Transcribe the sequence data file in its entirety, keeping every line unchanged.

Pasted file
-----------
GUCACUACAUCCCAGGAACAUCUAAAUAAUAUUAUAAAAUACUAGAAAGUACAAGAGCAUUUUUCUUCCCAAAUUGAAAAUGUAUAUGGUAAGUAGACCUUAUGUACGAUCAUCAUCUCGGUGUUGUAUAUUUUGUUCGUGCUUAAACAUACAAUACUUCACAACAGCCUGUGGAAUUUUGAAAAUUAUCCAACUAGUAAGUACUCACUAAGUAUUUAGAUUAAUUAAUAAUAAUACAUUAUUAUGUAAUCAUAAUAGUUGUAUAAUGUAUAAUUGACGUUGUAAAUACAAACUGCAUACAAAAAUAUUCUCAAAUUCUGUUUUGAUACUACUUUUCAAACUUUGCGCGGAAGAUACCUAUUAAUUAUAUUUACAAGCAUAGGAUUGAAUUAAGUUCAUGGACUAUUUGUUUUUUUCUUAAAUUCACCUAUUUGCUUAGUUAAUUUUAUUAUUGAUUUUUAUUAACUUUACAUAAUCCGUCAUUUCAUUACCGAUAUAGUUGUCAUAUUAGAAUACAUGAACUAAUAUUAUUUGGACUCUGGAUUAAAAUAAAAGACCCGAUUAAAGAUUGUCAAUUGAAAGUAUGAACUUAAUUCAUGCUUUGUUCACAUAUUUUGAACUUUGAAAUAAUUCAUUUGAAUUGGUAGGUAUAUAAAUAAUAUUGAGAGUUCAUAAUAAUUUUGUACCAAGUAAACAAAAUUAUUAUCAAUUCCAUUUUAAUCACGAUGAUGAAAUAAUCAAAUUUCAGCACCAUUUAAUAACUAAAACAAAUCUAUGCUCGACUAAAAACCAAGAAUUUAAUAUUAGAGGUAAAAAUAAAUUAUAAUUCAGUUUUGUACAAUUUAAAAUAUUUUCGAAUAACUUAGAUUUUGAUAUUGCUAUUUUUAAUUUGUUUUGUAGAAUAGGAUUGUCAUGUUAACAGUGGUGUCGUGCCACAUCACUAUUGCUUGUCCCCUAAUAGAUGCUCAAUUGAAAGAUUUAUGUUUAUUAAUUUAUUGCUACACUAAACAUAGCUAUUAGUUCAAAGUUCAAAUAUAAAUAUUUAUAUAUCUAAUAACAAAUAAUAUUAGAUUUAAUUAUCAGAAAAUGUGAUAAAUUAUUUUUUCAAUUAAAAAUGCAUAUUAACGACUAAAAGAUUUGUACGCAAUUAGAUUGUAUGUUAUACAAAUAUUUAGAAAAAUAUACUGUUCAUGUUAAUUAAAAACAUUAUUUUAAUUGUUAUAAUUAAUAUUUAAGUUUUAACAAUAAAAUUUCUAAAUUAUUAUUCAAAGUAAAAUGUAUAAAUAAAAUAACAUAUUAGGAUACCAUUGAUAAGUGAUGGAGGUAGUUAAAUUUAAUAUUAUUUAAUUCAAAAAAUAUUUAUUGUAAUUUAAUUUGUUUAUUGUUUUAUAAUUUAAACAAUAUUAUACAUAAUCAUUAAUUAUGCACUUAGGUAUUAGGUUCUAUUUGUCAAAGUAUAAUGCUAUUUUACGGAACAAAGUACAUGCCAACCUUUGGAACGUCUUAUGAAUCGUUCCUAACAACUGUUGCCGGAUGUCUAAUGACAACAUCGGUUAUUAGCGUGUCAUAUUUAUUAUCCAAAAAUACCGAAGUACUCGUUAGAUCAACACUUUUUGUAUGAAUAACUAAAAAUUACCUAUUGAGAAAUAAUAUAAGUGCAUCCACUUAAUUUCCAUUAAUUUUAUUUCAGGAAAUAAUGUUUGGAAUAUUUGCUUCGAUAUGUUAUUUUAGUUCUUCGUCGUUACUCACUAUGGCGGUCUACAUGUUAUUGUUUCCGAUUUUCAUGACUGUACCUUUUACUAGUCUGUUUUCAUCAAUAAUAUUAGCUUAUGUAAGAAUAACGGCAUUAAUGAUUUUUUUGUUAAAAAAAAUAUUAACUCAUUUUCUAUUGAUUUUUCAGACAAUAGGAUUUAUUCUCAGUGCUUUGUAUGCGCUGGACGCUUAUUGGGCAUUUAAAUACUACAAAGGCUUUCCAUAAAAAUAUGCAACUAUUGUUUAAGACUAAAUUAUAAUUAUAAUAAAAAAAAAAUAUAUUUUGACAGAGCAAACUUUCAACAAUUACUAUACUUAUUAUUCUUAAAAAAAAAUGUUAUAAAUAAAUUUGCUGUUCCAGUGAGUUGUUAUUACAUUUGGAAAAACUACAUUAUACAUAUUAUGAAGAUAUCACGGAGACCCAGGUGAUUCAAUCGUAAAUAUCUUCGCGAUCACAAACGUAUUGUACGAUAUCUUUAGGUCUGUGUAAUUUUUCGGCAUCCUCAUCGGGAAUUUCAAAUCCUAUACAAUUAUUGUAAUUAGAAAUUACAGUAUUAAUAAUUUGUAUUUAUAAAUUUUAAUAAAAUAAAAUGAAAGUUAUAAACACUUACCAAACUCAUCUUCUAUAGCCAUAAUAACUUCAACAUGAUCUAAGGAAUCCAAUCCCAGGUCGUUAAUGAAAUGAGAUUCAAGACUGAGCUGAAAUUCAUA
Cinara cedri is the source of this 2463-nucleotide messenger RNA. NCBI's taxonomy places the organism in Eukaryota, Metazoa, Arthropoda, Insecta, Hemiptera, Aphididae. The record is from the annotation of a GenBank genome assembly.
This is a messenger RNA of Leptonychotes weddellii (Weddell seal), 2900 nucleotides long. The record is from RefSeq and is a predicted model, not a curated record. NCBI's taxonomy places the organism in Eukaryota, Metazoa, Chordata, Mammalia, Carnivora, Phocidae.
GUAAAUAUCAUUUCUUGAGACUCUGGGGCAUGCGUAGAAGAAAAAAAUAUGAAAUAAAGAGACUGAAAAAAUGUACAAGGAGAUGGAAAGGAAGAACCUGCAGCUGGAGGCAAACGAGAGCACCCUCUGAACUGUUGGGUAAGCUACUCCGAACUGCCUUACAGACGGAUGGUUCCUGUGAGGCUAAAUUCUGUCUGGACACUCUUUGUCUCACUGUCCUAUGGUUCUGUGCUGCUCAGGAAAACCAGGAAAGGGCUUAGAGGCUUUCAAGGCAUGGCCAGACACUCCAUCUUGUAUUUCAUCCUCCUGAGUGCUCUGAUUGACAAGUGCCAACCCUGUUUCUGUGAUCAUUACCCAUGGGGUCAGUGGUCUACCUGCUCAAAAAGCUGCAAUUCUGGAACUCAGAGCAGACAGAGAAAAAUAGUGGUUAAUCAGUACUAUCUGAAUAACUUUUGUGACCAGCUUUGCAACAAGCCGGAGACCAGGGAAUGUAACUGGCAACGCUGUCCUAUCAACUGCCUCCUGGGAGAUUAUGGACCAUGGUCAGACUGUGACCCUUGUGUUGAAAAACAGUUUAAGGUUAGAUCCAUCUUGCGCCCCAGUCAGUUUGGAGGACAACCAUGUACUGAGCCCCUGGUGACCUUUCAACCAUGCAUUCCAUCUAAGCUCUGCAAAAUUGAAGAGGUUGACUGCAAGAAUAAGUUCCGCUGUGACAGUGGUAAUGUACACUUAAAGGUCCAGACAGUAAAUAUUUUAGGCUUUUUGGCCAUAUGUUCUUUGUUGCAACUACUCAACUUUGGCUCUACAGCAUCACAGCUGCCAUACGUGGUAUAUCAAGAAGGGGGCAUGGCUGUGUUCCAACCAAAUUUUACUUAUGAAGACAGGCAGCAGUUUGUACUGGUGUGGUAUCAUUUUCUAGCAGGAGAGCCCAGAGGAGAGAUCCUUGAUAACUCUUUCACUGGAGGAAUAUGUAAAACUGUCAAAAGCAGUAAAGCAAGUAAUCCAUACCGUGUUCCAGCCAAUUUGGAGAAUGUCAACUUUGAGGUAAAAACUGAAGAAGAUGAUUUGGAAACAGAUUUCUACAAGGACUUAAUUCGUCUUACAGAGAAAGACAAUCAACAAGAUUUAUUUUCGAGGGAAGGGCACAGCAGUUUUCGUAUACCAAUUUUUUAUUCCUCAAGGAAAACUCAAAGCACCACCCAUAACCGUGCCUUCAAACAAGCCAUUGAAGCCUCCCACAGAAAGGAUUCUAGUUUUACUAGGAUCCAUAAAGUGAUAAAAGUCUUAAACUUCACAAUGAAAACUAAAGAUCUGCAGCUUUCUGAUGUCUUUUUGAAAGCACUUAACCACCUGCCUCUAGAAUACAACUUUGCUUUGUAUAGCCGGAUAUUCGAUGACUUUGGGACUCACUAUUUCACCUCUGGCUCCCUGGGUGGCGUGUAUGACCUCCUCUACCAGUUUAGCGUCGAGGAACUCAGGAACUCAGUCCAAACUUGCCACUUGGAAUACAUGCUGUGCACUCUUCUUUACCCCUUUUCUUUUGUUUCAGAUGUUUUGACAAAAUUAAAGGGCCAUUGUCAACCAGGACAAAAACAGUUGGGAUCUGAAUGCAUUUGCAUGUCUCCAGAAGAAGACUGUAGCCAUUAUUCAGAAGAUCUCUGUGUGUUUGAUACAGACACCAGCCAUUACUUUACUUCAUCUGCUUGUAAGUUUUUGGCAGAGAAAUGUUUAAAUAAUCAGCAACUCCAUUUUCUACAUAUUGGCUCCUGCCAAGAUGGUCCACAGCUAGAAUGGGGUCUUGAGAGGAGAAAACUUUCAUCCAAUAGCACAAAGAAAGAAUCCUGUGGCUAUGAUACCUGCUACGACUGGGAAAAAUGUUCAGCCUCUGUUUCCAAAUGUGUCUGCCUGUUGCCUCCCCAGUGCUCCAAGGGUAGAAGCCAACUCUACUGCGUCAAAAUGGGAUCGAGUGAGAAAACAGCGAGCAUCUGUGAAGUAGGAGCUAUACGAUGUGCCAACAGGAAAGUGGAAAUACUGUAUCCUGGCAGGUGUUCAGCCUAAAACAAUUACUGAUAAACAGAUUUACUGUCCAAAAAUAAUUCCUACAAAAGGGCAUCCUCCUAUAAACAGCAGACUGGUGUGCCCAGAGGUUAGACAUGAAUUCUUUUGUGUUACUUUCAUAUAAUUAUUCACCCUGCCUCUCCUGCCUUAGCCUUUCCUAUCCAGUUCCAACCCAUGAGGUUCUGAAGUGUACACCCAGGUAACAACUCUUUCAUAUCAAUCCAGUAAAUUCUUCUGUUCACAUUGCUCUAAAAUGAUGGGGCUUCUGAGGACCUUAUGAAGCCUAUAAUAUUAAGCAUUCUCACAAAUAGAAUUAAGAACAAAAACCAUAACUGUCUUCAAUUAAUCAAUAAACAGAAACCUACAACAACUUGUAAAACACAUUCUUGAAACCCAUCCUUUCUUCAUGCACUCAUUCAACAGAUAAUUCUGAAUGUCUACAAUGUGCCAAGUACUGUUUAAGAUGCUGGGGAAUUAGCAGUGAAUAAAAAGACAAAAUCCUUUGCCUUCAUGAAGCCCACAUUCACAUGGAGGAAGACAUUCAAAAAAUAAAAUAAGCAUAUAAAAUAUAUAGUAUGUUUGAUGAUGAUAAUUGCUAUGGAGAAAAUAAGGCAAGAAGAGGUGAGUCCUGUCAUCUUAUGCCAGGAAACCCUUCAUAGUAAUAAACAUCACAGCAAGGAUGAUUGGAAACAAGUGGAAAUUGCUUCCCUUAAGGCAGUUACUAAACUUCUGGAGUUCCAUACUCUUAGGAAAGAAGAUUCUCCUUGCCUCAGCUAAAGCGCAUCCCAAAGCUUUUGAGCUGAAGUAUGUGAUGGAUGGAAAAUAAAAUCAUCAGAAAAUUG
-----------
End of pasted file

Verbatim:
GUCACUACAUCCCAGGAACAUCUAAAUAAUAUUAUAAAAUACUAGAAAGUACAAGAGCAUUUUUCUUCCCAAAUUGAAAAUGUAUAUGGUAAGUAGACCUUAUGUACGAUCAUCAUCUCGGUGUUGUAUAUUUUGUUCGUGCUUAAACAUACAAUACUUCACAACAGCCUGUGGAAUUUUGAAAAUUAUCCAACUAGUAAGUACUCACUAAGUAUUUAGAUUAAUUAAUAAUAAUACAUUAUUAUGUAAUCAUAAUAGUUGUAUAAUGUAUAAUUGACGUUGUAAAUACAAACUGCAUACAAAAAUAUUCUCAAAUUCUGUUUUGAUACUACUUUUCAAACUUUGCGCGGAAGAUACCUAUUAAUUAUAUUUACAAGCAUAGGAUUGAAUUAAGUUCAUGGACUAUUUGUUUUUUUCUUAAAUUCACCUAUUUGCUUAGUUAAUUUUAUUAUUGAUUUUUAUUAACUUUACAUAAUCCGUCAUUUCAUUACCGAUAUAGUUGUCAUAUUAGAAUACAUGAACUAAUAUUAUUUGGACUCUGGAUUAAAAUAAAAGACCCGAUUAAAGAUUGUCAAUUGAAAGUAUGAACUUAAUUCAUGCUUUGUUCACAUAUUUUGAACUUUGAAAUAAUUCAUUUGAAUUGGUAGGUAUAUAAAUAAUAUUGAGAGUUCAUAAUAAUUUUGUACCAAGUAAACAAAAUUAUUAUCAAUUCCAUUUUAAUCACGAUGAUGAAAUAAUCAAAUUUCAGCACCAUUUAAUAACUAAAACAAAUCUAUGCUCGACUAAAAACCAAGAAUUUAAUAUUAGAGGUAAAAAUAAAUUAUAAUUCAGUUUUGUACAAUUUAAAAUAUUUUCGAAUAACUUAGAUUUUGAUAUUGCUAUUUUUAAUUUGUUUUGUAGAAUAGGAUUGUCAUGUUAACAGUGGUGUCGUGCCACAUCACUAUUGCUUGUCCCCUAAUAGAUGCUCAAUUGAAAGAUUUAUGUUUAUUAAUUUAUUGCUACACUAAACAUAGCUAUUAGUUCAAAGUUCAAAUAUAAAUAUUUAUAUAUCUAAUAACAAAUAAUAUUAGAUUUAAUUAUCAGAAAAUGUGAUAAAUUAUUUUUUCAAUUAAAAAUGCAUAUUAACGACUAAAAGAUUUGUACGCAAUUAGAUUGUAUGUUAUACAAAUAUUUAGAAAAAUAUACUGUUCAUGUUAAUUAAAAACAUUAUUUUAAUUGUUAUAAUUAAUAUUUAAGUUUUAACAAUAAAAUUUCUAAAUUAUUAUUCAAAGUAAAAUGUAUAAAUAAAAUAACAUAUUAGGAUACCAUUGAUAAGUGAUGGAGGUAGUUAAAUUUAAUAUUAUUUAAUUCAAAAAAUAUUUAUUGUAAUUUAAUUUGUUUAUUGUUUUAUAAUUUAAACAAUAUUAUACAUAAUCAUUAAUUAUGCACUUAGGUAUUAGGUUCUAUUUGUCAAAGUAUAAUGCUAUUUUACGGAACAAAGUACAUGCCAACCUUUGGAACGUCUUAUGAAUCGUUCCUAACAACUGUUGCCGGAUGUCUAAUGACAACAUCGGUUAUUAGCGUGUCAUAUUUAUUAUCCAAAAAUACCGAAGUACUCGUUAGAUCAACACUUUUUGUAUGAAUAACUAAAAAUUACCUAUUGAGAAAUAAUAUAAGUGCAUCCACUUAAUUUCCAUUAAUUUUAUUUCAGGAAAUAAUGUUUGGAAUAUUUGCUUCGAUAUGUUAUUUUAGUUCUUCGUCGUUACUCACUAUGGCGGUCUACAUGUUAUUGUUUCCGAUUUUCAUGACUGUACCUUUUACUAGUCUGUUUUCAUCAAUAAUAUUAGCUUAUGUAAGAAUAACGGCAUUAAUGAUUUUUUUGUUAAAAAAAAUAUUAACUCAUUUUCUAUUGAUUUUUCAGACAAUAGGAUUUAUUCUCAGUGCUUUGUAUGCGCUGGACGCUUAUUGGGCAUUUAAAUACUACAAAGGCUUUCCAUAAAAAUAUGCAACUAUUGUUUAAGACUAAAUUAUAAUUAUAAUAAAAAAAAAAUAUAUUUUGACAGAGCAAACUUUCAACAAUUACUAUACUUAUUAUUCUUAAAAAAAAAUGUUAUAAAUAAAUUUGCUGUUCCAGUGAGUUGUUAUUACAUUUGGAAAAACUACAUUAUACAUAUUAUGAAGAUAUCACGGAGACCCAGGUGAUUCAAUCGUAAAUAUCUUCGCGAUCACAAACGUAUUGUACGAUAUCUUUAGGUCUGUGUAAUUUUUCGGCAUCCUCAUCGGGAAUUUCAAAUCCUAUACAAUUAUUGUAAUUAGAAAUUACAGUAUUAAUAAUUUGUAUUUAUAAAUUUUAAUAAAAUAAAAUGAAAGUUAUAAACACUUACCAAACUCAUCUUCUAUAGCCAUAAUAACUUCAACAUGAUCUAAGGAAUCCAAUCCCAGGUCGUUAAUGAAAUGAGAUUCAAGACUGAGCUGAAAUUCAUA
Cinara cedri is the source of this 2463-nucleotide messenger RNA. NCBI's taxonomy places the organism in Eukaryota, Metazoa, Arthropoda, Insecta, Hemiptera, Aphididae. The record is from the annotation of a GenBank genome assembly.
This is a messenger RNA of Leptonychotes weddellii (Weddell seal), 2900 nucleotides long. The record is from RefSeq and is a predicted model, not a curated record. NCBI's taxonomy places the organism in Eukaryota, Metazoa, Chordata, Mammalia, Carnivora, Phocidae.
GUAAAUAUCAUUUCUUGAGACUCUGGGGCAUGCGUAGAAGAAAAAAAUAUGAAAUAAAGAGACUGAAAAAAUGUACAAGGAGAUGGAAAGGAAGAACCUGCAGCUGGAGGCAAACGAGAGCACCCUCUGAACUGUUGGGUAAGCUACUCCGAACUGCCUUACAGACGGAUGGUUCCUGUGAGGCUAAAUUCUGUCUGGACACUCUUUGUCUCACUGUCCUAUGGUUCUGUGCUGCUCAGGAAAACCAGGAAAGGGCUUAGAGGCUUUCAAGGCAUGGCCAGACACUCCAUCUUGUAUUUCAUCCUCCUGAGUGCUCUGAUUGACAAGUGCCAACCCUGUUUCUGUGAUCAUUACCCAUGGGGUCAGUGGUCUACCUGCUCAAAAAGCUGCAAUUCUGGAACUCAGAGCAGACAGAGAAAAAUAGUGGUUAAUCAGUACUAUCUGAAUAACUUUUGUGACCAGCUUUGCAACAAGCCGGAGACCAGGGAAUGUAACUGGCAACGCUGUCCUAUCAACUGCCUCCUGGGAGAUUAUGGACCAUGGUCAGACUGUGACCCUUGUGUUGAAAAACAGUUUAAGGUUAGAUCCAUCUUGCGCCCCAGUCAGUUUGGAGGACAACCAUGUACUGAGCCCCUGGUGACCUUUCAACCAUGCAUUCCAUCUAAGCUCUGCAAAAUUGAAGAGGUUGACUGCAAGAAUAAGUUCCGCUGUGACAGUGGUAAUGUACACUUAAAGGUCCAGACAGUAAAUAUUUUAGGCUUUUUGGCCAUAUGUUCUUUGUUGCAACUACUCAACUUUGGCUCUACAGCAUCACAGCUGCCAUACGUGGUAUAUCAAGAAGGGGGCAUGGCUGUGUUCCAACCAAAUUUUACUUAUGAAGACAGGCAGCAGUUUGUACUGGUGUGGUAUCAUUUUCUAGCAGGAGAGCCCAGAGGAGAGAUCCUUGAUAACUCUUUCACUGGAGGAAUAUGUAAAACUGUCAAAAGCAGUAAAGCAAGUAAUCCAUACCGUGUUCCAGCCAAUUUGGAGAAUGUCAACUUUGAGGUAAAAACUGAAGAAGAUGAUUUGGAAACAGAUUUCUACAAGGACUUAAUUCGUCUUACAGAGAAAGACAAUCAACAAGAUUUAUUUUCGAGGGAAGGGCACAGCAGUUUUCGUAUACCAAUUUUUUAUUCCUCAAGGAAAACUCAAAGCACCACCCAUAACCGUGCCUUCAAACAAGCCAUUGAAGCCUCCCACAGAAAGGAUUCUAGUUUUACUAGGAUCCAUAAAGUGAUAAAAGUCUUAAACUUCACAAUGAAAACUAAAGAUCUGCAGCUUUCUGAUGUCUUUUUGAAAGCACUUAACCACCUGCCUCUAGAAUACAACUUUGCUUUGUAUAGCCGGAUAUUCGAUGACUUUGGGACUCACUAUUUCACCUCUGGCUCCCUGGGUGGCGUGUAUGACCUCCUCUACCAGUUUAGCGUCGAGGAACUCAGGAACUCAGUCCAAACUUGCCACUUGGAAUACAUGCUGUGCACUCUUCUUUACCCCUUUUCUUUUGUUUCAGAUGUUUUGACAAAAUUAAAGGGCCAUUGUCAACCAGGACAAAAACAGUUGGGAUCUGAAUGCAUUUGCAUGUCUCCAGAAGAAGACUGUAGCCAUUAUUCAGAAGAUCUCUGUGUGUUUGAUACAGACACCAGCCAUUACUUUACUUCAUCUGCUUGUAAGUUUUUGGCAGAGAAAUGUUUAAAUAAUCAGCAACUCCAUUUUCUACAUAUUGGCUCCUGCCAAGAUGGUCCACAGCUAGAAUGGGGUCUUGAGAGGAGAAAACUUUCAUCCAAUAGCACAAAGAAAGAAUCCUGUGGCUAUGAUACCUGCUACGACUGGGAAAAAUGUUCAGCCUCUGUUUCCAAAUGUGUCUGCCUGUUGCCUCCCCAGUGCUCCAAGGGUAGAAGCCAACUCUACUGCGUCAAAAUGGGAUCGAGUGAGAAAACAGCGAGCAUCUGUGAAGUAGGAGCUAUACGAUGUGCCAACAGGAAAGUGGAAAUACUGUAUCCUGGCAGGUGUUCAGCCUAAAACAAUUACUGAUAAACAGAUUUACUGUCCAAAAAUAAUUCCUACAAAAGGGCAUCCUCCUAUAAACAGCAGACUGGUGUGCCCAGAGGUUAGACAUGAAUUCUUUUGUGUUACUUUCAUAUAAUUAUUCACCCUGCCUCUCCUGCCUUAGCCUUUCCUAUCCAGUUCCAACCCAUGAGGUUCUGAAGUGUACACCCAGGUAACAACUCUUUCAUAUCAAUCCAGUAAAUUCUUCUGUUCACAUUGCUCUAAAAUGAUGGGGCUUCUGAGGACCUUAUGAAGCCUAUAAUAUUAAGCAUUCUCACAAAUAGAAUUAAGAACAAAAACCAUAACUGUCUUCAAUUAAUCAAUAAACAGAAACCUACAACAACUUGUAAAACACAUUCUUGAAACCCAUCCUUUCUUCAUGCACUCAUUCAACAGAUAAUUCUGAAUGUCUACAAUGUGCCAAGUACUGUUUAAGAUGCUGGGGAAUUAGCAGUGAAUAAAAAGACAAAAUCCUUUGCCUUCAUGAAGCCCACAUUCACAUGGAGGAAGACAUUCAAAAAAUAAAAUAAGCAUAUAAAAUAUAUAGUAUGUUUGAUGAUGAUAAUUGCUAUGGAGAAAAUAAGGCAAGAAGAGGUGAGUCCUGUCAUCUUAUGCCAGGAAACCCUUCAUAGUAAUAAACAUCACAGCAAGGAUGAUUGGAAACAAGUGGAAAUUGCUUCCCUUAAGGCAGUUACUAAACUUCUGGAGUUCCAUACUCUUAGGAAAGAAGAUUCUCCUUGCCUCAGCUAAAGCGCAUCCCAAAGCUUUUGAGCUGAAGUAUGUGAUGGAUGGAAAAUAAAAUCAUCAGAAAAUUG